When you eat chillies, you feel a burning sensation, you also start feeling very hot and begin to sweat. This happens because of ‘Capsaicin’, the active compound in chilli peppers that them hot.
The chemical name for ‘Capsaicin’ is ‘8-methyl-N-vanillyl-6-nonenamide’. It belongs to the ‘vanilloid’ group of compounds, the same family that also gives us the vanilla flavour. It is interesting to note how just a few changes in chemical structure can result in such vast differences in taste.
Capsaicin brings about its effects by binding to the receptor called TRPV1 (Transient Receptor Potential V1). The TRPV1 receptor generally gets activated when the temperature increases beyond 42̊C. However, this receptor also gets activated when it binds to the compound Capsaicin. This explains why you experience the same symptoms when you eat chillies, as when you touch something hot: you feel a burning sensation, feel hot and begin to sweat to cool down your body. Then the TRPV1 receptor gets activated, either by heat or by capsaicin, it sends signals to the brain, where this information is processed. Once this information is processed, specific instructions are sent back down, which make you sweat etc.
Capsaicin Receptor Locations
There are receptors for tastes such as sweet, salty, sour, bitter, umami, etc on the tongue. However, TRPV1 receptors for heat and Capsaicin are present in various other regions of the body too. These receptors are present in the anterior region of the face, including the oral cavity, skin over the cheeks, eyes etc. That is why you feel the spicy chilly when you rub your eyes with your hand after touching chillies. TRPV1 receptors are also present in other regions such as the internal lining of our digestive organs.
Pathway to Brain
When the information has to be sent from the receptor to the brain, it has to go through certain steps of the pathway. In the Central Nervous System or CNS, after TRPV1 receptors are activated, endorphins, specifically Beta endorphins are released. These beta endorphins then bind to mu opioid receptors. These mu opioid receptors are the same receptors that get activated when individuals consume opioid drugs. The binding of endorphins to mu opioid receptors then inhibits the release of a neurotransmitter called GABA. When GABA is inhibited, it ensures excess release of the excitatory neurotransmitter Dopamine, which gives us pleasure. This is why we experience pleasure when we eat spicy food and keep eating it though we experience the discomforting burning sensation.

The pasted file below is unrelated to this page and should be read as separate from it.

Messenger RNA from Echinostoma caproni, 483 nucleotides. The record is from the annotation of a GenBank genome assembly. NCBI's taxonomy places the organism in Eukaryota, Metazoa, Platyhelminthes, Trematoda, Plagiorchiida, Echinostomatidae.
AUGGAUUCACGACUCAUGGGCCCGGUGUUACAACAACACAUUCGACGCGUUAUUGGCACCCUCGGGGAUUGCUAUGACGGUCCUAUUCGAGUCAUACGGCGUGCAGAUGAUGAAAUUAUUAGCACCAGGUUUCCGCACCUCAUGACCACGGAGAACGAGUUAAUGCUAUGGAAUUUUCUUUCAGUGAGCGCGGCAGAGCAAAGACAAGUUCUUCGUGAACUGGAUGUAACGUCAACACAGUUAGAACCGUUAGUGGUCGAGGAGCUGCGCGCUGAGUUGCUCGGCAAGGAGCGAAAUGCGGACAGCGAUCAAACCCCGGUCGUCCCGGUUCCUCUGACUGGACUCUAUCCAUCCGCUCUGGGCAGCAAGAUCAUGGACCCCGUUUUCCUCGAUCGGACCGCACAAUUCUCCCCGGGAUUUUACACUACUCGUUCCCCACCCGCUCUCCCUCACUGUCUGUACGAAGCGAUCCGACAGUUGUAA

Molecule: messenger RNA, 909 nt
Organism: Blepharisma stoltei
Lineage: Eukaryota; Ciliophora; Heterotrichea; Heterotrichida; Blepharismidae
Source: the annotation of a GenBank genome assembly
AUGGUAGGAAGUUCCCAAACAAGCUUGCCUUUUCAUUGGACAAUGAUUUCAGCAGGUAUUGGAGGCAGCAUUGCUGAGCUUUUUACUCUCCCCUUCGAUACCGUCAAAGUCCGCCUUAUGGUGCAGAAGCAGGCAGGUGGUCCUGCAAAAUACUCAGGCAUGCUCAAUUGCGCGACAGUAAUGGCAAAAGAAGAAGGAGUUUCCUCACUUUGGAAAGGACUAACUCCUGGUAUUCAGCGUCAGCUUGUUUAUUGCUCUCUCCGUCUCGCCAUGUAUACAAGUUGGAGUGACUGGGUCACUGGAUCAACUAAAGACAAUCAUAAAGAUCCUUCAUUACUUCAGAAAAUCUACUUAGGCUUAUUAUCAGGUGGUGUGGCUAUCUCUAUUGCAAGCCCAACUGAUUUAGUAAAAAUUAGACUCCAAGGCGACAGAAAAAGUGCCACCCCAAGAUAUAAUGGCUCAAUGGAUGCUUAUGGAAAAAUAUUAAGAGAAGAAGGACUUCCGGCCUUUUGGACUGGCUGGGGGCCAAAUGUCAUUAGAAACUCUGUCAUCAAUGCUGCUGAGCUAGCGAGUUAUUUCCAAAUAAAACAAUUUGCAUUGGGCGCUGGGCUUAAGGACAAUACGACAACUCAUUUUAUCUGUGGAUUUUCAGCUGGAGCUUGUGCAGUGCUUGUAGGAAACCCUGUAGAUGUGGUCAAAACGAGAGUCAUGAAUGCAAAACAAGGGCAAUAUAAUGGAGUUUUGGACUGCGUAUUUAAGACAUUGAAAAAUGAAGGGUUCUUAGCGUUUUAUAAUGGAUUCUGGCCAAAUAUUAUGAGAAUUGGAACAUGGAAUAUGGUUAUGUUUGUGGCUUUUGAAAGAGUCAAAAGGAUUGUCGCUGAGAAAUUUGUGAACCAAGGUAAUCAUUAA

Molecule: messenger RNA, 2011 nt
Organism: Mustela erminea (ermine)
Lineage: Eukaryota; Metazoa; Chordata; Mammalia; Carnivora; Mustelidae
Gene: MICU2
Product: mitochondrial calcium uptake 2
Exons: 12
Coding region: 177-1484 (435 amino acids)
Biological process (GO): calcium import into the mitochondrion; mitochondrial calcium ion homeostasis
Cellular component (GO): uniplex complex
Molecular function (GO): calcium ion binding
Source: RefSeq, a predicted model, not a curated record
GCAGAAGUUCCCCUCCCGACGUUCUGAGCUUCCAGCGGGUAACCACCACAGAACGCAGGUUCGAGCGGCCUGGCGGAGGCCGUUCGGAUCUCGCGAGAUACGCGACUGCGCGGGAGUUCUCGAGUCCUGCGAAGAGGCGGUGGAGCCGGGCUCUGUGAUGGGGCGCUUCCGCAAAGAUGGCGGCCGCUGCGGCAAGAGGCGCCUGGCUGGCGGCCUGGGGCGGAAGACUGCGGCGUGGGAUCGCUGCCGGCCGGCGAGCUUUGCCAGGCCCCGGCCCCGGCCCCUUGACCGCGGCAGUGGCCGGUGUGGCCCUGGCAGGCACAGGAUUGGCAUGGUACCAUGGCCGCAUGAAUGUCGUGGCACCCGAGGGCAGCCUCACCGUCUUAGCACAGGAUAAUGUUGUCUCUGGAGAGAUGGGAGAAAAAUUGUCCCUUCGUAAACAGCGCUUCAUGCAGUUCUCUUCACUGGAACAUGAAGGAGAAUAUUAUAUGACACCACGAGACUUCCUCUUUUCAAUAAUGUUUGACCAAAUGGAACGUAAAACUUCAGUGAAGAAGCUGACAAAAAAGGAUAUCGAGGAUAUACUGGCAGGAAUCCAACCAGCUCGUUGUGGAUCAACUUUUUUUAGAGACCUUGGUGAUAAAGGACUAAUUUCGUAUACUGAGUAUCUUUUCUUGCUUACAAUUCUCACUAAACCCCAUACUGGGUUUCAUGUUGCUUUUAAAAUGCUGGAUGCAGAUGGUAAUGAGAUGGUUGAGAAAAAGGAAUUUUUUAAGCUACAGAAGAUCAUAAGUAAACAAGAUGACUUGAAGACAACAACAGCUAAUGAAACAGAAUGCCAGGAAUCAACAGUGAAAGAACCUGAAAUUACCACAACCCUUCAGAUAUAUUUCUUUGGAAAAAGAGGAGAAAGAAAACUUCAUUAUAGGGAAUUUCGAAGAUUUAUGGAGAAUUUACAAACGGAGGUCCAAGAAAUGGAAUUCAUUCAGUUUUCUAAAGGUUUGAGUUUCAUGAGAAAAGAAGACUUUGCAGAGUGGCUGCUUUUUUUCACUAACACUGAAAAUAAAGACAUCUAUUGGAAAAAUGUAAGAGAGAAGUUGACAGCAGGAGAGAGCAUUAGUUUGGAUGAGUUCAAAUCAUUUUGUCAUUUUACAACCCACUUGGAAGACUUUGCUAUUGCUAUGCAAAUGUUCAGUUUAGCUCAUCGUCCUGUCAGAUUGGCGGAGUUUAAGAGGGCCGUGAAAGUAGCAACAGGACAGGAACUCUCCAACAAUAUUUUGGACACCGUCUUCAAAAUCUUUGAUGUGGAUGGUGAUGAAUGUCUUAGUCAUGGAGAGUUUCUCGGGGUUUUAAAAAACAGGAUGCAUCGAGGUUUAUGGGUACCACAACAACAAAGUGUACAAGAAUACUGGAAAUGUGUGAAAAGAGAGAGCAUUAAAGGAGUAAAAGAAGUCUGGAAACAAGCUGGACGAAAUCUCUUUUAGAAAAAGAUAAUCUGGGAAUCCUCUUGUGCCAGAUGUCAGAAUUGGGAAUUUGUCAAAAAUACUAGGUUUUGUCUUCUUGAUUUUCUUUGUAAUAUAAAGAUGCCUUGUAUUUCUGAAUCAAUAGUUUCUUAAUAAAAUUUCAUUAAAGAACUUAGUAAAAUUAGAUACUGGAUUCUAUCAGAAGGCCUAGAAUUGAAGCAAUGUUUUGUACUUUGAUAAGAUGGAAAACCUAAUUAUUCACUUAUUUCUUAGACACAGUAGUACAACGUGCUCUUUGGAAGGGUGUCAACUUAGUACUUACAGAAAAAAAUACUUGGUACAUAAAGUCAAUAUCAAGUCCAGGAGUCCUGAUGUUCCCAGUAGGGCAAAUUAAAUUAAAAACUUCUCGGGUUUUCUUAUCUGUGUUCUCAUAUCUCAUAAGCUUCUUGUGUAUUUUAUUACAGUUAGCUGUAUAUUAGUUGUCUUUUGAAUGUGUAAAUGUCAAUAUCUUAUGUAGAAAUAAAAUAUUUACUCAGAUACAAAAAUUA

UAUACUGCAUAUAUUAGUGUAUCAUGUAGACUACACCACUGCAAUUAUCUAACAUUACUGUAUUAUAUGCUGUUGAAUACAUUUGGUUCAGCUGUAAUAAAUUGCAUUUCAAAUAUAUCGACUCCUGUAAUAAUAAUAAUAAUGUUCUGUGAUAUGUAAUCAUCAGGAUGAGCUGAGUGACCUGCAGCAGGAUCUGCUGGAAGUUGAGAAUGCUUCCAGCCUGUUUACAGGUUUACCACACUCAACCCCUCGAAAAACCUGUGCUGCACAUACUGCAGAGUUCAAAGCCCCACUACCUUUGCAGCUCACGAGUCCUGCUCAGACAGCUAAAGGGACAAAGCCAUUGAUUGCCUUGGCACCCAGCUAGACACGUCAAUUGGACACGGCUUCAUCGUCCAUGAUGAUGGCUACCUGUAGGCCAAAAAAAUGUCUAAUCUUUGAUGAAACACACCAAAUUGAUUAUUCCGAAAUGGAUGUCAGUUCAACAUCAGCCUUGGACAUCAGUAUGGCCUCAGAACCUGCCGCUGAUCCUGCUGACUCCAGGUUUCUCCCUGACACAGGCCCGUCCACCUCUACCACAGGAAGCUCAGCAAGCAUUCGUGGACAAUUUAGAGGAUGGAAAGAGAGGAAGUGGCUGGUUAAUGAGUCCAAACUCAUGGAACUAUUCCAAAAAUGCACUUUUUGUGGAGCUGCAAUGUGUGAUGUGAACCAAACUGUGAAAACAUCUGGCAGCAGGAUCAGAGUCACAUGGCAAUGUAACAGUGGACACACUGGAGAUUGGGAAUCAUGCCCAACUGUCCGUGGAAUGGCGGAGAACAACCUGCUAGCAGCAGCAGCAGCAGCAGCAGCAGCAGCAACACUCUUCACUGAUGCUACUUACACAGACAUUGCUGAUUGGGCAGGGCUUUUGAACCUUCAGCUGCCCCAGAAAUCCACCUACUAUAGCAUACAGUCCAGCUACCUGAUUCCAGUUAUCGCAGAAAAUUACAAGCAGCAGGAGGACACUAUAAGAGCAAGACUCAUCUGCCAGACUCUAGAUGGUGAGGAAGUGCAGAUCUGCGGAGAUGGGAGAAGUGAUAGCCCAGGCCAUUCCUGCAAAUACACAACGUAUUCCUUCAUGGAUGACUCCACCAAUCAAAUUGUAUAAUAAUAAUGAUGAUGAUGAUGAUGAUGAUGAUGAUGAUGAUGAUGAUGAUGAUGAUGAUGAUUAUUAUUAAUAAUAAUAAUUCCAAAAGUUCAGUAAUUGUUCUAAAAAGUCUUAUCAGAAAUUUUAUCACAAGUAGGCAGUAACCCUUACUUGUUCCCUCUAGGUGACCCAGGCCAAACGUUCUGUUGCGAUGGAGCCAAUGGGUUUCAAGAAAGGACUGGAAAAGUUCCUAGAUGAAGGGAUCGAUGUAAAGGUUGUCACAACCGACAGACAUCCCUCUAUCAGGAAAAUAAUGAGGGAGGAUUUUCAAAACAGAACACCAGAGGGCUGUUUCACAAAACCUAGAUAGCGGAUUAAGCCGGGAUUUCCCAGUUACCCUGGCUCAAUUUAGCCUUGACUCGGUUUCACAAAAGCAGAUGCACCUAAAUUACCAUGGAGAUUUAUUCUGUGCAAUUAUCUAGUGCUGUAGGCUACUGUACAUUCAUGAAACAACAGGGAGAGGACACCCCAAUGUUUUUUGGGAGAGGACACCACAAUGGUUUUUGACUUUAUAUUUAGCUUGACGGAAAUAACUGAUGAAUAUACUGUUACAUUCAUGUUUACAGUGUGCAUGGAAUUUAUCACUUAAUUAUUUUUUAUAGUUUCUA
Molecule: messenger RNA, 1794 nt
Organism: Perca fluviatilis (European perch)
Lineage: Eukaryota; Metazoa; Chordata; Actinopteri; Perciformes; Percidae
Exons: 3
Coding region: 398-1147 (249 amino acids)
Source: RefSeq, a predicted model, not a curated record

Capsaicin and Pain
Not everyone likes eating spicy food, rather spiciness is an acquired taste. When TRPV1 receptors are activated, substance P is released. Substance P is thought to be very important in the transmission of pain signals to the brain. People who regularly eat spicy food have depleted levels of Substance P. Hence, Capsaicin is also used in pain relieving creams as they reduce the levels of Substance P that is involved in Pain Transmission.
The Capsaicin molecule is not hydrophilic, which means that it does not dissolve in water. It is a bad idea to drink water if you want the spicy taste to go away from your mouth. Instead, drinking liquids like milk will help to carry the molecule away.
How hot is spicy? The level of spiciness or the measurement of pungency carried out on the Scoville Scale in the form of Scoville heat Units (SHU).
Pure Capsaicin has a score of 16000000 SHUs, Jalapeno has a score of about 5000 SHUs and Kashmiri Chillies have a score of about 1000 to 2000 SHUs.
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Saunri Dhodi Lobo is pursuing M.Sc in Life Sciences with specialization in Neurobiology. Her interests include writing poetry, going for nature walks and swimming. Currently she is involved in research on Alzheimer’s Disease in fruit flies.
Read all Articles by Saunri Dhodi Lobo
Photos, Vector Graphics & Illustrations Credits
“Some Like It Hot” by Jim, the Photographer